The Pan India Business systems can be different in their function from the existing region wise Network Operator business. For example, in the GSM scenario, there can be PITSP systems who own only common Home Location Registers (HLRs) and Billing & Administration Systems. They shall be licensed to produce and market SIM cards under their Pan India label with common all India Numbering plan for open sale and manage the commercial side of the business leaving the network part to various existing technology network operators. So their customers as end users can avail network related service from any network in the country by purchasing the SIM from various outlets of the PITSP and logging into any Network according to their will, choice, convenience and situation.
License for Pan India Telecom Service shall be provided at soft terms for the existing licensees who come forward to become PITSPs. With this Pan India license, the PITSPs get freedom to arrange with the network operators to route the service related signals, data and voice across the country including optimal routing on own or others carrier’s without any restrictions. Same philosophy can be adopted for the CDMA or other technology based WLL services once the technology is ready for this.
3.4 Centralized Billing by PITSPs.
Tariff, Subscriber Administration, Billing and Revenue collection are to be done by PITSPs on Post paid or Pre-paid basis. The revenue generated is shared with other PITSPs/Network Operators according to the usage of their systems and networks based on the mutual understanding and agreement.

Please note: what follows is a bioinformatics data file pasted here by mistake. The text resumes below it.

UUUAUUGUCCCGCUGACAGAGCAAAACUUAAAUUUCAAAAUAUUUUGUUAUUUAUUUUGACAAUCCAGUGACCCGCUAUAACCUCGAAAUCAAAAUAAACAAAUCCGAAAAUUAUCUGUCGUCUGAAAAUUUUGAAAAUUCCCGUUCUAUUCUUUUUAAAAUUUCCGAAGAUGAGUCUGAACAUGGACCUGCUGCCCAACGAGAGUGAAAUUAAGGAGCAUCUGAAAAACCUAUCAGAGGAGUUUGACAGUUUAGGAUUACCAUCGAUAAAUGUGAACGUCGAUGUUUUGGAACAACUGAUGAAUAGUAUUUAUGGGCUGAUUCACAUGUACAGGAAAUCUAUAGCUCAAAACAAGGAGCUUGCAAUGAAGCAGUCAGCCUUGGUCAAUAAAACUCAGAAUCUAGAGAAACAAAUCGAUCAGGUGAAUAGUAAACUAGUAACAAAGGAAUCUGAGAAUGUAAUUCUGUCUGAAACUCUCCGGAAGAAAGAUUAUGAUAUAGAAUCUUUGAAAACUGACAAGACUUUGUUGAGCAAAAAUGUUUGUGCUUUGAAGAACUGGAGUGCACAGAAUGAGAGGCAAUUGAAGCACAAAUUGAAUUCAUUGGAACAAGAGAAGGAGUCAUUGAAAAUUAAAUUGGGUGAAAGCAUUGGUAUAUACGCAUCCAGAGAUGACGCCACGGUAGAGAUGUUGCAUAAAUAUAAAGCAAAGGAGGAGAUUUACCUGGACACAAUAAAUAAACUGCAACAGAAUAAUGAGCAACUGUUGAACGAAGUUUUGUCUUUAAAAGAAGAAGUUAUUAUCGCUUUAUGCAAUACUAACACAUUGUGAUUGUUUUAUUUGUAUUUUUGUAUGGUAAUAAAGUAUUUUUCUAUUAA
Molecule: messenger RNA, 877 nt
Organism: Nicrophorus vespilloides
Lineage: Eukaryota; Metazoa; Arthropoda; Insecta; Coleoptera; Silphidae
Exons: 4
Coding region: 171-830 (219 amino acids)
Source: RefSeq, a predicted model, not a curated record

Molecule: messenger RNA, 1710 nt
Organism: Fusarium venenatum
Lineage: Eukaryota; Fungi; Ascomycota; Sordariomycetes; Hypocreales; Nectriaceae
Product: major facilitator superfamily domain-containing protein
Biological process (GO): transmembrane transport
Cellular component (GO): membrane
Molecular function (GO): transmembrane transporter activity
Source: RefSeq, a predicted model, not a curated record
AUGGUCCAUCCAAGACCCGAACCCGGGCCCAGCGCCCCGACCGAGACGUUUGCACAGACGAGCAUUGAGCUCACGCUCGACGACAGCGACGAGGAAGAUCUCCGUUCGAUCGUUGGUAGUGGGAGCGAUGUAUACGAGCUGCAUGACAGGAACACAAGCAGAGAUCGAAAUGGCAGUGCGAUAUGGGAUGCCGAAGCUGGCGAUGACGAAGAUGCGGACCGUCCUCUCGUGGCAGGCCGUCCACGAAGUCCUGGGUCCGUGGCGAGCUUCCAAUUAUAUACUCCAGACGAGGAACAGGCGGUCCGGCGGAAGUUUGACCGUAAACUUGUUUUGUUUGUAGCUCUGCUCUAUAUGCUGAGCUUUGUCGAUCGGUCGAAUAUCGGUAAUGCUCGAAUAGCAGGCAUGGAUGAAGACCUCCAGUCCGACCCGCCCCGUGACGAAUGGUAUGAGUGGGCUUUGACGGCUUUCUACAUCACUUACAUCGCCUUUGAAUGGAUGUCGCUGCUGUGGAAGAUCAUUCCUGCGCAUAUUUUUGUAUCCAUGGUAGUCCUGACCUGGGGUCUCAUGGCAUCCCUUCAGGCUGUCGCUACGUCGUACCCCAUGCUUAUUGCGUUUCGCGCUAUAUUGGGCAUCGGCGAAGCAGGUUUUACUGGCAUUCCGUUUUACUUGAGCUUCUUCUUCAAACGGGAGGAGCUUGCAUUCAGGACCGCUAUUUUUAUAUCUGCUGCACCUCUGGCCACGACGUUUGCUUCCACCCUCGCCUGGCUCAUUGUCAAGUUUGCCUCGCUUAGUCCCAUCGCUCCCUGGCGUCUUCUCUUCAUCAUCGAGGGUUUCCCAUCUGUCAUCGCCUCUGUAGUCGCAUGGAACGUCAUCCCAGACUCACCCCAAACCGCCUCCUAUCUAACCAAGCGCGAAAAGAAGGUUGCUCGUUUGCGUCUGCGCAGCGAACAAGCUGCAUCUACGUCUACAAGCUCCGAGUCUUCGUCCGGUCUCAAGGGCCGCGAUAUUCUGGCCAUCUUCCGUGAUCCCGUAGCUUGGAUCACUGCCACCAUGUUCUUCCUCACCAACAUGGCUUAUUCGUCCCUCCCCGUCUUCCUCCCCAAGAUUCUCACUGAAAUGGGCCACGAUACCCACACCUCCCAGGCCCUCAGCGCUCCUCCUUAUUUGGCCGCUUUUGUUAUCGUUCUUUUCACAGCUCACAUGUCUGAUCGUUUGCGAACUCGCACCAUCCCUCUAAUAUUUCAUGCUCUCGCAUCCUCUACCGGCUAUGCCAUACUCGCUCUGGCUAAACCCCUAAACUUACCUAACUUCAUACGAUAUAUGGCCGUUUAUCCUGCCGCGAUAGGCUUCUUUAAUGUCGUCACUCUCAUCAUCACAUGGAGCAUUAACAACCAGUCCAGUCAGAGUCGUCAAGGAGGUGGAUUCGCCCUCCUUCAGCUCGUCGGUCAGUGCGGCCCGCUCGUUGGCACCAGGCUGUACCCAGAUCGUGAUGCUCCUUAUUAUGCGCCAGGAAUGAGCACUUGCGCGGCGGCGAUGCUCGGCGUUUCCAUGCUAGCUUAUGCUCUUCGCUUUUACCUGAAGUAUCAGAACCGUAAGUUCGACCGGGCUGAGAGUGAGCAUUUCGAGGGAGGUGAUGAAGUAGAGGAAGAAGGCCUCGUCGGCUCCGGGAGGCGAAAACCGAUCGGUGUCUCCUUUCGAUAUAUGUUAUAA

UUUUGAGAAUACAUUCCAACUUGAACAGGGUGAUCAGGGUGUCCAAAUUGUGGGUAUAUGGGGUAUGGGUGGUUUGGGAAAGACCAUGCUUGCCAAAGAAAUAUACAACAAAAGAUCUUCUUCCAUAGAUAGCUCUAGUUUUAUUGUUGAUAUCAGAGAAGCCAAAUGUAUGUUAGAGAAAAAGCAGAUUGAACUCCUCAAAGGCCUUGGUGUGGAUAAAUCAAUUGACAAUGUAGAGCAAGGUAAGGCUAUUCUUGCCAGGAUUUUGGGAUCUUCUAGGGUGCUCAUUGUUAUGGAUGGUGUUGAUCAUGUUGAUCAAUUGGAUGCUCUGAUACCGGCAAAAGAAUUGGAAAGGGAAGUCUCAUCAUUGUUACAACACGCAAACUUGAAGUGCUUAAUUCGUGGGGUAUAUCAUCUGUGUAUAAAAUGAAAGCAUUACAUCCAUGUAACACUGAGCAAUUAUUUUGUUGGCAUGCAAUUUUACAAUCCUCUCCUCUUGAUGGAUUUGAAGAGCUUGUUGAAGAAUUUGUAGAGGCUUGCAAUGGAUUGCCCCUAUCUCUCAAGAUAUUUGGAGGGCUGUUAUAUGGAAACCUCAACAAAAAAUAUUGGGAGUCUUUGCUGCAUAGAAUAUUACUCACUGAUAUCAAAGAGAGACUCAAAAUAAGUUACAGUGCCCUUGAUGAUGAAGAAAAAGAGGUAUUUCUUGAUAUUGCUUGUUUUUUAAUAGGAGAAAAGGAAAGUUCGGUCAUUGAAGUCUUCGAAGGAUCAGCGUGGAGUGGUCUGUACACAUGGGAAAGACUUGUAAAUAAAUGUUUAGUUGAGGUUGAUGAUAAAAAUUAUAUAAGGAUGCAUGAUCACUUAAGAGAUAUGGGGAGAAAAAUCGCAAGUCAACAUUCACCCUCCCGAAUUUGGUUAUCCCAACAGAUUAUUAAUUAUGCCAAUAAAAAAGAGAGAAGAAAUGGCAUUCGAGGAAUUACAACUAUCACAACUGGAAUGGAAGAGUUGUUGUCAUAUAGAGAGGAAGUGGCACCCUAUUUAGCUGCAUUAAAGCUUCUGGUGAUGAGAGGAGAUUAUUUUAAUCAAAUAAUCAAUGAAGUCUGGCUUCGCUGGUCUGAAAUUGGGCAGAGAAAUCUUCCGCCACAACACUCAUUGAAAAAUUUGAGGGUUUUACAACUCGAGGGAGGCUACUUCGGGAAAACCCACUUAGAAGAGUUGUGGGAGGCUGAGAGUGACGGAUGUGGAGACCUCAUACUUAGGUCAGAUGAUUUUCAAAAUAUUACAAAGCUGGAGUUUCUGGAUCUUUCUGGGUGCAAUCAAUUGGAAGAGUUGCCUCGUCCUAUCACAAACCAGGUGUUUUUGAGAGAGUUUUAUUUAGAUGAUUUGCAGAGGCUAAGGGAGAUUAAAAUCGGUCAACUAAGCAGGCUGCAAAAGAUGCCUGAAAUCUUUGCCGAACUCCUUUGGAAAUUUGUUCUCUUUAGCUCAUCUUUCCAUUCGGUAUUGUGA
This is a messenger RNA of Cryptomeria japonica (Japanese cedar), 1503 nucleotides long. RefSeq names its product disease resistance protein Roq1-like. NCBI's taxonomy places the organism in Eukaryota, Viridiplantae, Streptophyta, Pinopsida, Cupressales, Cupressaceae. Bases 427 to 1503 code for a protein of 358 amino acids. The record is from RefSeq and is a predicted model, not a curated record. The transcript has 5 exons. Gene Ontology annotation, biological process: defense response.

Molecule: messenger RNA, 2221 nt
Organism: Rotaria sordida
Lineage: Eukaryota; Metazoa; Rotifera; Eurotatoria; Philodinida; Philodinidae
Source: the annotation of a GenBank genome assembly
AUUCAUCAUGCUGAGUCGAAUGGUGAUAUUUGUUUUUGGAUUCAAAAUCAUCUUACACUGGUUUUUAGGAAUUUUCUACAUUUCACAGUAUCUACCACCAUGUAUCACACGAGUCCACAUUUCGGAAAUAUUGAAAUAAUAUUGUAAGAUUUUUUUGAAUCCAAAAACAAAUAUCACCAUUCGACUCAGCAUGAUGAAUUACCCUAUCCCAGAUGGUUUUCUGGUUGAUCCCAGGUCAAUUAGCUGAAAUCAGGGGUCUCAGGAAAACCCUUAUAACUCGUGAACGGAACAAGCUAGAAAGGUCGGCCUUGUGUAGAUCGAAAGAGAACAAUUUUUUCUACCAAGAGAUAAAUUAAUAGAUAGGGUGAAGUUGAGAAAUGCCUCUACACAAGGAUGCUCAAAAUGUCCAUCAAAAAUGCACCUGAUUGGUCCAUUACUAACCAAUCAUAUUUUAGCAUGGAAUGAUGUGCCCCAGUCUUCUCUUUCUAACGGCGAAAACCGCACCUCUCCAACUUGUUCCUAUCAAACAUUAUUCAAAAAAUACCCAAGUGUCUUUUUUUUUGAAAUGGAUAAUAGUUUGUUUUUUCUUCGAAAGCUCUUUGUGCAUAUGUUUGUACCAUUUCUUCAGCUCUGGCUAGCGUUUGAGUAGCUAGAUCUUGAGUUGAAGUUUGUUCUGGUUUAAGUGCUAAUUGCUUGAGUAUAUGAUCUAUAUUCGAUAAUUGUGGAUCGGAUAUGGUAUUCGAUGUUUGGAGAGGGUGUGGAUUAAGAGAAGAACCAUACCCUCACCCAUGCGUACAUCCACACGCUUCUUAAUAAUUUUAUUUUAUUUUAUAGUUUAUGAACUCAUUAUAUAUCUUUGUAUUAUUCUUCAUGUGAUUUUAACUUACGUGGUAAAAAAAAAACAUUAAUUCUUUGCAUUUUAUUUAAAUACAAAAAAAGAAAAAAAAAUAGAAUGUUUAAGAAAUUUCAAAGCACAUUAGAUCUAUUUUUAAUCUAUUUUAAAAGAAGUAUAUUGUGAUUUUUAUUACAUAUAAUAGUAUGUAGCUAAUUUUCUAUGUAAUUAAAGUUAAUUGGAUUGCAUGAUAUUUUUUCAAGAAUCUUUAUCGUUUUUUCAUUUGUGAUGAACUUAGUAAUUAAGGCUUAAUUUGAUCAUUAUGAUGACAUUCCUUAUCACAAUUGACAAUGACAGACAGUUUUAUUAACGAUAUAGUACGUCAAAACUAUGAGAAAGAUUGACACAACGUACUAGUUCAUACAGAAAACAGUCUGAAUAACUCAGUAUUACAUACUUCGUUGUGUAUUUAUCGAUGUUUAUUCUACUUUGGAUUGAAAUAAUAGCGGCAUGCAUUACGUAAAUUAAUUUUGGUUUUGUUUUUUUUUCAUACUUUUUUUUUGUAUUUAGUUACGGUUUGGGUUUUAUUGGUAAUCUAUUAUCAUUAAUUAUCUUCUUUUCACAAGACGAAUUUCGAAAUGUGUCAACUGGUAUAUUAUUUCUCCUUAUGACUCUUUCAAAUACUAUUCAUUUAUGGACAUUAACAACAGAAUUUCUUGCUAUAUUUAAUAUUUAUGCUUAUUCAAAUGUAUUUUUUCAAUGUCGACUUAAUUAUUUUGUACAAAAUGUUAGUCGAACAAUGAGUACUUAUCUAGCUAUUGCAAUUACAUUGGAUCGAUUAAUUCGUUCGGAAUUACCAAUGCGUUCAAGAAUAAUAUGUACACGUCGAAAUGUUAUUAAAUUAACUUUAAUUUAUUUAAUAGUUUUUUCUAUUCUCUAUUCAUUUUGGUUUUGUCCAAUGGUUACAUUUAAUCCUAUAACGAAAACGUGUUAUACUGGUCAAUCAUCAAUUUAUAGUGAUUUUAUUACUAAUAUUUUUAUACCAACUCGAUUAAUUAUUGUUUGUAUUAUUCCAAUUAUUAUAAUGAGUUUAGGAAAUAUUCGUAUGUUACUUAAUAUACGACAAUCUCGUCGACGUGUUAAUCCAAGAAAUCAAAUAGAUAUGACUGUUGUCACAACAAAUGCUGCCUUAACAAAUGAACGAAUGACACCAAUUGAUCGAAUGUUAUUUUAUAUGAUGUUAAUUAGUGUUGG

Such Billing method can also remove the ADC method by bringing in Revenue Sharing.
4.1 Role of existing and prospective Network Operators/Region wise Service Providers:
The existing and prospective Network Operators/Service Providers part shall be to provide Network and Technology related features, facilities and services at regional or all India level according to their business plans, licensing and understanding with PITSPs. It is mandatory for all these network operators to provide service to end users belonging to any and every Pan India Service Provider under mutual agreement. The network operators are given freedom to interconnect and inter-work with other networks according to their requirement without restrictions.
The Network Operators basically can concentrate on Technology oriented business strategy for setting up and maintaining the best quality Networks and advanced technology service leaving the Pan India business to the PITSPs.
Existing Operators need not fear about losing business:
There need not be any fear for the existing licensed Network operators of losing customer base and control on business as they can continue with existing mode of regionalized business and can use the option to take license and go under the banner of a Pan India Telecom Service Provider System. The regulators and Government shall ensure that such Pan India licenses are provided to the existing Network Operators/Service Providers on soft terms to give them level playing field at par with BSNL and others.
In effect, by getting under the banner of a PITSP license, the boundaries are opened out and Network Operator can do network related business with own PITSP banner within their own networks in the licensed region as well as in other’s licensed regions through the PITSP as already being done by roaming now. The advantage that there will be no restrictions on interconnects etc. This way only the licensing and operational philosophy changes to induct the Pan India Concept and all the Stakeholders get the benefit of a fully open structure and level playing field to operate across the country without limitations. In fact they will get more revenue from the use of their network work by other PITSP customers as far as they are able to provide high quality network and service.